Christmas Can Be A Hard Time Of Year For Some People, And We Are There To Listen

I always try to do one or two extra shifts at this time of year. It’s Christmas and people need us more.

I have done the morning shift on Christmas Day, at other times the 11pm to 3am shift. Samaritans is the only place that is open – when you can’t get anyone else – your GP, your social worker, your care worker – you can get a Samaritan on Christmas morning.

It’s really important to be there – there is an extra sadness about people who call Samaritans at Christmas, and they are often the people who are probably feeling excluded anyway.

I think that we have a responsibility to make sure that calls get through on Christmas Day, and that there are enough of us to deal with them, just because no-one else is around.

One thing that comes across at Christmas from callers is, the happier the rest of the world is, the more rubbish you can feel.

If you are lonely at this time of year, it seems as if everyone else is in groups, having a great time. Television is full of celebrations and people getting together, which emphasises the isolation people feel further.

If you feel you are not quite cut out for society, if you have an existing mental health problem or find it hard to fit in, this is a difficult period. Christmas is also all about families getting together – if you don’t have contact with your family, or you don’t have any friends, you can feel more left out in the face of that.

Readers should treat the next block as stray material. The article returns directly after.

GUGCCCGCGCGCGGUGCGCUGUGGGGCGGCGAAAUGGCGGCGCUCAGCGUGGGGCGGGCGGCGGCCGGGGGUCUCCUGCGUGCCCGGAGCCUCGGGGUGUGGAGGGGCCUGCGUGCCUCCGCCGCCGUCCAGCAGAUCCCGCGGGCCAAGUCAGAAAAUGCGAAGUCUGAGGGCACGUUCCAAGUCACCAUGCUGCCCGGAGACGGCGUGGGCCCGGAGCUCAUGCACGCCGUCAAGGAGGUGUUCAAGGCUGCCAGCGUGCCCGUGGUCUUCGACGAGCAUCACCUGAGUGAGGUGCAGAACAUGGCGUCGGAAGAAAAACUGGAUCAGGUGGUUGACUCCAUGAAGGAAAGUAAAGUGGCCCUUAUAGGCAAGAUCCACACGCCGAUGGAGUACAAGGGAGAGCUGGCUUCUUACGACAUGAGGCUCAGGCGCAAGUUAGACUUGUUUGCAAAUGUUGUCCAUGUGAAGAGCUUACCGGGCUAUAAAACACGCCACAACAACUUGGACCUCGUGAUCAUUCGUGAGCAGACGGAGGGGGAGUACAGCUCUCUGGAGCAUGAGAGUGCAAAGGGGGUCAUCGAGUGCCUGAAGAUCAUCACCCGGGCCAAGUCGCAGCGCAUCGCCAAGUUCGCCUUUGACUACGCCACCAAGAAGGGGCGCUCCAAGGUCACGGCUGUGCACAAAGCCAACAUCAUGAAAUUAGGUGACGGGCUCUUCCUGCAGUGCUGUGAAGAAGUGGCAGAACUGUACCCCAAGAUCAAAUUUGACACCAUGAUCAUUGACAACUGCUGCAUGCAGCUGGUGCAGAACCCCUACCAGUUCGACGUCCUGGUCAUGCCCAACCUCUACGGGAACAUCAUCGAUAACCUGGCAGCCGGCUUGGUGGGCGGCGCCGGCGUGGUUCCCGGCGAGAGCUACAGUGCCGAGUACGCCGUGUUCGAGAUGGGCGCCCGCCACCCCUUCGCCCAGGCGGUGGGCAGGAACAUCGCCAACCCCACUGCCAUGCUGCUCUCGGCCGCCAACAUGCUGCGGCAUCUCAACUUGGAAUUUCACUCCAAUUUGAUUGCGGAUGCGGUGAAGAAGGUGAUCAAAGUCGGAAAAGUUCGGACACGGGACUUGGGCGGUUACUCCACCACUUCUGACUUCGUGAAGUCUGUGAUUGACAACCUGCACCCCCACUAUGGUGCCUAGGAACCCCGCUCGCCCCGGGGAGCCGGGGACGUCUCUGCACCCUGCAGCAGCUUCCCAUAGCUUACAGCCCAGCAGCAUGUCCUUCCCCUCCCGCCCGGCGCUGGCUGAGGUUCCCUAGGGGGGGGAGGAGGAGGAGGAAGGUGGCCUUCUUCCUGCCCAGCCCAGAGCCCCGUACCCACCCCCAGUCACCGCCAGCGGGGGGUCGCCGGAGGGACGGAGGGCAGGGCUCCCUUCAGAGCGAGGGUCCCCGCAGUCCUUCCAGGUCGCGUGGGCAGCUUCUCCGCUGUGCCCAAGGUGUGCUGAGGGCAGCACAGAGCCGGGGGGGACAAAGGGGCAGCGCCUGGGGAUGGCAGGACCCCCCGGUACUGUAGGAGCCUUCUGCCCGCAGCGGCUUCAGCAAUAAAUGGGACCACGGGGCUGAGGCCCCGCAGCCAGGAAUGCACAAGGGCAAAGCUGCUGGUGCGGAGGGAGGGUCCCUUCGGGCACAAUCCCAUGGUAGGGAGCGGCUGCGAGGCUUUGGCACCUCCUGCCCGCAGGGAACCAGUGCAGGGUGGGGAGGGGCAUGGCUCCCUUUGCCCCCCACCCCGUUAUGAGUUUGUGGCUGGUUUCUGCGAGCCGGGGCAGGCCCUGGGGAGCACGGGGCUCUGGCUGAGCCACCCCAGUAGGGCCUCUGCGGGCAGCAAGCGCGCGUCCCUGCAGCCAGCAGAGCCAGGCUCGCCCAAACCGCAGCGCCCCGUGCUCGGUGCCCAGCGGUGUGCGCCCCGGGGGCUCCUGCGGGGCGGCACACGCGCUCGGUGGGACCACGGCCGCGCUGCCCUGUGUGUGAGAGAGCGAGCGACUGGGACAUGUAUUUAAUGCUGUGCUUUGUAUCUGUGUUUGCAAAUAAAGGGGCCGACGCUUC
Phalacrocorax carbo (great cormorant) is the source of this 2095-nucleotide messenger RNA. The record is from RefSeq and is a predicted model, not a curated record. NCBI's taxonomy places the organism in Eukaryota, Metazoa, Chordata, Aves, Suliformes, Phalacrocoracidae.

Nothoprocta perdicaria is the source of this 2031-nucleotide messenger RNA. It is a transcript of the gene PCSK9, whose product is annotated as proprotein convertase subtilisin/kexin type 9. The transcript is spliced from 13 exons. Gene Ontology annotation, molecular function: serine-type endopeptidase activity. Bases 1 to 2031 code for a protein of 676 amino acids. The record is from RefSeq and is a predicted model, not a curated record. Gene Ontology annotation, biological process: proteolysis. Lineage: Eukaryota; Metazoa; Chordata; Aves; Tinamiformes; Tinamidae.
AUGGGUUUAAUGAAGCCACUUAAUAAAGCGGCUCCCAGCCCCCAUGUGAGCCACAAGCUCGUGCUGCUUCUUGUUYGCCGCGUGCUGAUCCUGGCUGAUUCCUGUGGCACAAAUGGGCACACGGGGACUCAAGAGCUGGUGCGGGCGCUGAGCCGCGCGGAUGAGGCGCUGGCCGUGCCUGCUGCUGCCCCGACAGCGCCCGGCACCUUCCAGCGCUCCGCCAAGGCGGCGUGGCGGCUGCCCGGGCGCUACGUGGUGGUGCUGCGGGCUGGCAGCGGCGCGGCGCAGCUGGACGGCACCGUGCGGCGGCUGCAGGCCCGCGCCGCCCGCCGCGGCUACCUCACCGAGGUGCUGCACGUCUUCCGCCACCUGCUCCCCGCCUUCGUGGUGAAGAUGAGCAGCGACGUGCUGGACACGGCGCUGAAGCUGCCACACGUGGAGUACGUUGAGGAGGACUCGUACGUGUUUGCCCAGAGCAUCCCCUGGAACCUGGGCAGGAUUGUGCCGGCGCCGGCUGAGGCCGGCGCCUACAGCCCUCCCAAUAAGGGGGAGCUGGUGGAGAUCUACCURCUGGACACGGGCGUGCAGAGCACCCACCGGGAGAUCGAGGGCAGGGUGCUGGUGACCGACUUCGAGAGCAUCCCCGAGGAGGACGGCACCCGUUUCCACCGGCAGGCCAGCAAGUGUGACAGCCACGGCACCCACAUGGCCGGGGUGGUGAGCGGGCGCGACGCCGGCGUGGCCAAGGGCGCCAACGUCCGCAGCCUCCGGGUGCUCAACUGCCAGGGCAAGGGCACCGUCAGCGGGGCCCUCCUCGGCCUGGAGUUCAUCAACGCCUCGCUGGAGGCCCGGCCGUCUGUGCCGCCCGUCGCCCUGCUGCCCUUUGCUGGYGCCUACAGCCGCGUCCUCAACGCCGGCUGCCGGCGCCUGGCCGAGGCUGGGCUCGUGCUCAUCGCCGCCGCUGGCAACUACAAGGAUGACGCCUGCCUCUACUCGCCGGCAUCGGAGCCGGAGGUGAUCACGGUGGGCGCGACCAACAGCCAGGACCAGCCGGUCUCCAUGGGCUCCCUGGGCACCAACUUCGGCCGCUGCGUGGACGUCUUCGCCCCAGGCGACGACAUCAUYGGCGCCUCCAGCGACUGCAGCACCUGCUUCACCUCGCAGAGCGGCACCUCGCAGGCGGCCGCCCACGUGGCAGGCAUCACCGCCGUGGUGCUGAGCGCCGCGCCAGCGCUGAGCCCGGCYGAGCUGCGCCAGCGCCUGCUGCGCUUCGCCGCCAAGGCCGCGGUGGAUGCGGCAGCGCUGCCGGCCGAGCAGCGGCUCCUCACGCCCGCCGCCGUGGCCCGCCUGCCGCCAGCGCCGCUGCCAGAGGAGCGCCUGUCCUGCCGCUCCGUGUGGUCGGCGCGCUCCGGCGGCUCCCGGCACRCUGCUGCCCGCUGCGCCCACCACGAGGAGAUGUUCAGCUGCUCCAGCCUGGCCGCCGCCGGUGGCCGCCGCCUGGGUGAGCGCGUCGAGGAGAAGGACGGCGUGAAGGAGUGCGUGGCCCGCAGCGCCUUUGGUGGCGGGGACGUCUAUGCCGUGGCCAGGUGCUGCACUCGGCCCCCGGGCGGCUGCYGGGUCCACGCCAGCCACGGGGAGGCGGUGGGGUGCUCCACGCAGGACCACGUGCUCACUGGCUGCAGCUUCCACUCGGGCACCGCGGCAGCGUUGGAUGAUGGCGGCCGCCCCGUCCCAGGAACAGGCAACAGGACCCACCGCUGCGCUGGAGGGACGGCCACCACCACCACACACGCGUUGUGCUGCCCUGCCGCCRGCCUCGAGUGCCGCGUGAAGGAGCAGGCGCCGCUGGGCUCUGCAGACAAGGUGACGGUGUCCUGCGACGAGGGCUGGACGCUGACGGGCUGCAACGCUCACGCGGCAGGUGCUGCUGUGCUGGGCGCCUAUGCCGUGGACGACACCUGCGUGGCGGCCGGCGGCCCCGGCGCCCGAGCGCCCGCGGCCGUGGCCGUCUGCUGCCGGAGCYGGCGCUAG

Christmas is all about togetherness, not being on your own. It is a hard time of year if you have lost someone, for example. We get a lot of people getting in touch who have lost a partner, a spouse, a child, and their grief is compounded by the festive season.

It’s not being together that is brought home at this time of year, and many who contact Samaritans will be expressing their feelings about ’another year has gone by and what have I done with it?

Volunteering for Samaritans has made me appreciate even more that I have been lucky and successful and happy in my life – although I have also had my share of loss. Every time you do a Samaritans shift you think, on another occasion that could be me.

I would 100% call Samaritans myself if I started to feel I was struggling. I do not feel different from the callers, we are all the same, really.

Being a Samaritans volunteer makes you see just how valuable the service is, how much we need people to listen to us, and support us. It brings home to you your own fragility.

It also stops you being complacent. I have ended up myself with nowhere to go on Christmas morning, I have three grown up children who were with their partners, my husband was going to see his 97-year-old mother, I did my Christmas morning shift because it was the best use of my time, in a really good way I was not needed by my family and that worked really well.

You can be a friend on the phone for an hour to someone who has no-one to speak to at all, or you can spend time with people who do not speak to their children, or are estranged from their family and friends. Not everyone who phones is suicidal at that moment, it is more that loneliness is huge at Christmas.

People who phone can speak to someone who isn’t going to judge them, Samaritans volunteers can be that neutral person, your own relatives will be much more emotional about the things that you tell them.

Because I am semi-retired I can be flexible, and I wait and see where there are gaps in the Christmas rota so that I can help to fill them. People who work full time find it harder are under more time pressure, so I feel that this is something I can do.

It’s really important that we don’t have any unfilled shifts – I don’t like to think of people not being able to get through.

· Samaritans has more than 20,000 volunteers in 201 branches in the UK and Ireland. You can call Samaritans, any time, free from any phone, on 116 123, email, or go to to find out where your nearest branch is if you would like to speak to one of our volunteers face to face.

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